So much of science, or any other belief system, is based on a tiny kernel or seed that took root. Even if the seed is impure, the forest that grows up around it is taken for granted as good and soon you have a huge forest that you cannot remember where it came from. From 9/11 to the dinosaurs to NASA, they all adhere to this basic theme.
And nobody can ever go out and investigate NASA claims around rockets in the vacuum independently of NASA.
Space science is like a cult run by ancient priests who speak to the Gods in private. We’re not supposed to think for ourselves. We only wait until the NASA oracle tells us the great truths divulged only to them. This is not how science, nor modern, information-based, educated society is supposed to function. The goal of education is for us to learn how to figure things out for ourselves; to examine, to evaluate and to reason with the facts and data. What good is that training if, in the end, we can only shut up and believe what we are told with no proof, no solid theory behind it and no way to check the results or repeat their experiments ourselves?
Rocketry is not unique in this regard. Pretty much all the big results in science follow this pattern. Anyone who challenges the status quo is labeled an “idiot” or a “religious nut” which is ironic because science is behaving more and more like a religion based on faith and less and less of a method based on observation.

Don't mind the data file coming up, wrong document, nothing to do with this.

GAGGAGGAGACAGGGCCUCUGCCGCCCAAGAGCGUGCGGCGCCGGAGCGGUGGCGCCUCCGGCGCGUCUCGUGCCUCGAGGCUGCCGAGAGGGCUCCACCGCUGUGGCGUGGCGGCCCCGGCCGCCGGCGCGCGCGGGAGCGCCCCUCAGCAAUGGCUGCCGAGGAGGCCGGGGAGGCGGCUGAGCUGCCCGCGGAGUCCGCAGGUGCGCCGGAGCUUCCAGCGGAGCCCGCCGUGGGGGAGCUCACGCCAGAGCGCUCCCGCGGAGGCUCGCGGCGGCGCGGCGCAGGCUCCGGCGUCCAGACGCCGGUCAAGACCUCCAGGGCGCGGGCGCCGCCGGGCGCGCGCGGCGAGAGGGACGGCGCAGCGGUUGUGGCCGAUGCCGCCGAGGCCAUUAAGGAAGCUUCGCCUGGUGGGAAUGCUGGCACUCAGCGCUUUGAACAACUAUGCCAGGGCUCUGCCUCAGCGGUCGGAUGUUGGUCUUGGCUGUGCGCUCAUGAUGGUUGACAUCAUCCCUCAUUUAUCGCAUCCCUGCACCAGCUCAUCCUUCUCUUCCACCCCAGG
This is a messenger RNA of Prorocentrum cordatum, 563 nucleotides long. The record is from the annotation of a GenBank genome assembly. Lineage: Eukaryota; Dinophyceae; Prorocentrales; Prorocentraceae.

Idolatry is a pejorative term for the worship of an idol, a physical object such as a cult image, as a god, or practices believed to verge on worship, such as giving undue honour and regard to created forms other than God. In all the Abrahamic religions idolatry is strongly forbidden,
From the ridiculous studies category, we have this foolish story.
The 9/11 attacks on America appear to have caused about one million former smokers across the country to take up the habit again and maintain it, according to a Weill Cornell Medical College public health study.
The analysis, published in the June 20 issue of the journal Contemporary Economic Policy, is the first to look at the net costs to society of terrorism-induced smoking in the United States after 9/11 and the 1995 Oklahoma City bombing.
A number of companies have chosen to take advantage of the horrific September attacks in advertisements for a bizarre range of promotions and products, from anti-smoking campaigns to osteoarthritis cures.